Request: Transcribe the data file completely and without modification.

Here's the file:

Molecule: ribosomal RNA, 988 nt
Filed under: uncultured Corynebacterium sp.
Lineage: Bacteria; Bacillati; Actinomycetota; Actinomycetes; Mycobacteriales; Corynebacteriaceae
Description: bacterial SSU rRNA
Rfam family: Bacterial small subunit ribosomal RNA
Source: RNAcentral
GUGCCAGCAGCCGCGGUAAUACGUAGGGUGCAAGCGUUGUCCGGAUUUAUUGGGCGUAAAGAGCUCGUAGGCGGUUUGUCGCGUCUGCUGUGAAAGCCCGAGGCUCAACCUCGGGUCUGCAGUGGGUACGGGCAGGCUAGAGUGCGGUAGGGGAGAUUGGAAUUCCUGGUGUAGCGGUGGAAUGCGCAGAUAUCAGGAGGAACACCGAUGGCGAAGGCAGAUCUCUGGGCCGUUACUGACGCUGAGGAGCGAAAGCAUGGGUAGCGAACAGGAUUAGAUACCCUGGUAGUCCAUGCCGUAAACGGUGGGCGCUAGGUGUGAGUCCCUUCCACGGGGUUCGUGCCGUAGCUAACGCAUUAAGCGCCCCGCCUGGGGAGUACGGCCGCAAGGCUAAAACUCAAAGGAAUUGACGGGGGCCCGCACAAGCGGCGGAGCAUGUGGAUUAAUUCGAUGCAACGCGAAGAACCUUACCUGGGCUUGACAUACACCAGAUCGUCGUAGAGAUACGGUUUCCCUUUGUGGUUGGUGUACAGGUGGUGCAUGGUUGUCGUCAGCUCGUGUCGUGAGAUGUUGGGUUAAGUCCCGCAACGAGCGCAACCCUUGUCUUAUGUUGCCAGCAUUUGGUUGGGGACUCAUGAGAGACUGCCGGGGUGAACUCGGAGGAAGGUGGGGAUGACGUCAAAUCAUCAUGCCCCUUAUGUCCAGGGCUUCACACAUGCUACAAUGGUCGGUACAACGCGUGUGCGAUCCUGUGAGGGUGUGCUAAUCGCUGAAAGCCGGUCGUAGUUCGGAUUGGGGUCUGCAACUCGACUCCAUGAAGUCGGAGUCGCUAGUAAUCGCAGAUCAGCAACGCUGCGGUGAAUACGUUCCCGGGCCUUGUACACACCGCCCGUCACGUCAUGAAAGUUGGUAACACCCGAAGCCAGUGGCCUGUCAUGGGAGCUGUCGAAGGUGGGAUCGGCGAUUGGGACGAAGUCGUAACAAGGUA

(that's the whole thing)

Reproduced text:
Molecule: ribosomal RNA, 988 nt
Filed under: uncultured Corynebacterium sp.
Lineage: Bacteria; Bacillati; Actinomycetota; Actinomycetes; Mycobacteriales; Corynebacteriaceae
Description: bacterial SSU rRNA
Rfam family: Bacterial small subunit ribosomal RNA
Source: RNAcentral
GUGCCAGCAGCCGCGGUAAUACGUAGGGUGCAAGCGUUGUCCGGAUUUAUUGGGCGUAAAGAGCUCGUAGGCGGUUUGUCGCGUCUGCUGUGAAAGCCCGAGGCUCAACCUCGGGUCUGCAGUGGGUACGGGCAGGCUAGAGUGCGGUAGGGGAGAUUGGAAUUCCUGGUGUAGCGGUGGAAUGCGCAGAUAUCAGGAGGAACACCGAUGGCGAAGGCAGAUCUCUGGGCCGUUACUGACGCUGAGGAGCGAAAGCAUGGGUAGCGAACAGGAUUAGAUACCCUGGUAGUCCAUGCCGUAAACGGUGGGCGCUAGGUGUGAGUCCCUUCCACGGGGUUCGUGCCGUAGCUAACGCAUUAAGCGCCCCGCCUGGGGAGUACGGCCGCAAGGCUAAAACUCAAAGGAAUUGACGGGGGCCCGCACAAGCGGCGGAGCAUGUGGAUUAAUUCGAUGCAACGCGAAGAACCUUACCUGGGCUUGACAUACACCAGAUCGUCGUAGAGAUACGGUUUCCCUUUGUGGUUGGUGUACAGGUGGUGCAUGGUUGUCGUCAGCUCGUGUCGUGAGAUGUUGGGUUAAGUCCCGCAACGAGCGCAACCCUUGUCUUAUGUUGCCAGCAUUUGGUUGGGGACUCAUGAGAGACUGCCGGGGUGAACUCGGAGGAAGGUGGGGAUGACGUCAAAUCAUCAUGCCCCUUAUGUCCAGGGCUUCACACAUGCUACAAUGGUCGGUACAACGCGUGUGCGAUCCUGUGAGGGUGUGCUAAUCGCUGAAAGCCGGUCGUAGUUCGGAUUGGGGUCUGCAACUCGACUCCAUGAAGUCGGAGUCGCUAGUAAUCGCAGAUCAGCAACGCUGCGGUGAAUACGUUCCCGGGCCUUGUACACACCGCCCGUCACGUCAUGAAAGUUGGUAACACCCGAAGCCAGUGGCCUGUCAUGGGAGCUGUCGAAGGUGGGAUCGGCGAUUGGGACGAAGUCGUAACAAGGUA